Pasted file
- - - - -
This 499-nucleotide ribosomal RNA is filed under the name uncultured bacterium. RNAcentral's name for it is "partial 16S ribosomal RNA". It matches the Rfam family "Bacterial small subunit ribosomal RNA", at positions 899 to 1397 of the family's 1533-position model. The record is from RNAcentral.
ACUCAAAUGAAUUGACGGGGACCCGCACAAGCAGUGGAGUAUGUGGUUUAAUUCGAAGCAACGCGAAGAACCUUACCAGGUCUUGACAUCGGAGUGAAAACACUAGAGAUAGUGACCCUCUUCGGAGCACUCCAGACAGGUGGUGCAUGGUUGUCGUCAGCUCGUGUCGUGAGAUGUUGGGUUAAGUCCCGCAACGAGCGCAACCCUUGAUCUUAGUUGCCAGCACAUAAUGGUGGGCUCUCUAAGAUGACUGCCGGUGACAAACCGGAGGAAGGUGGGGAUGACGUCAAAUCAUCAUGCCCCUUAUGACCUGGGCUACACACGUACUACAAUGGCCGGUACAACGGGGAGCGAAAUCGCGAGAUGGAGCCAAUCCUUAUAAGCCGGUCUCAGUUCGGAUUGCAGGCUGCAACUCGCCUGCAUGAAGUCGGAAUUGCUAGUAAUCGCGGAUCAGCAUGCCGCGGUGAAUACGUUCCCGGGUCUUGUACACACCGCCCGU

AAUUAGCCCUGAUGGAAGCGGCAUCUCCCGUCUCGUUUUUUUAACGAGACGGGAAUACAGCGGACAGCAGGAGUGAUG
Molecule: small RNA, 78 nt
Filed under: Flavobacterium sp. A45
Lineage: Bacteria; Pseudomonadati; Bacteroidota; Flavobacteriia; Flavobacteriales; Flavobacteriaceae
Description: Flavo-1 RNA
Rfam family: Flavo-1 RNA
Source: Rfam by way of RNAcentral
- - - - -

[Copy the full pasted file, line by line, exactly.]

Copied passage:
This 499-nucleotide ribosomal RNA is filed under the name uncultured bacterium. RNAcentral's name for it is "partial 16S ribosomal RNA". It matches the Rfam family "Bacterial small subunit ribosomal RNA", at positions 899 to 1397 of the family's 1533-position model. The record is from RNAcentral.
ACUCAAAUGAAUUGACGGGGACCCGCACAAGCAGUGGAGUAUGUGGUUUAAUUCGAAGCAACGCGAAGAACCUUACCAGGUCUUGACAUCGGAGUGAAAACACUAGAGAUAGUGACCCUCUUCGGAGCACUCCAGACAGGUGGUGCAUGGUUGUCGUCAGCUCGUGUCGUGAGAUGUUGGGUUAAGUCCCGCAACGAGCGCAACCCUUGAUCUUAGUUGCCAGCACAUAAUGGUGGGCUCUCUAAGAUGACUGCCGGUGACAAACCGGAGGAAGGUGGGGAUGACGUCAAAUCAUCAUGCCCCUUAUGACCUGGGCUACACACGUACUACAAUGGCCGGUACAACGGGGAGCGAAAUCGCGAGAUGGAGCCAAUCCUUAUAAGCCGGUCUCAGUUCGGAUUGCAGGCUGCAACUCGCCUGCAUGAAGUCGGAAUUGCUAGUAAUCGCGGAUCAGCAUGCCGCGGUGAAUACGUUCCCGGGUCUUGUACACACCGCCCGU

AAUUAGCCCUGAUGGAAGCGGCAUCUCCCGUCUCGUUUUUUUAACGAGACGGGAAUACAGCGGACAGCAGGAGUGAUG
Molecule: small RNA, 78 nt
Filed under: Flavobacterium sp. A45
Lineage: Bacteria; Pseudomonadati; Bacteroidota; Flavobacteriia; Flavobacteriales; Flavobacteriaceae
Description: Flavo-1 RNA
Rfam family: Flavo-1 RNA
Source: Rfam by way of RNAcentral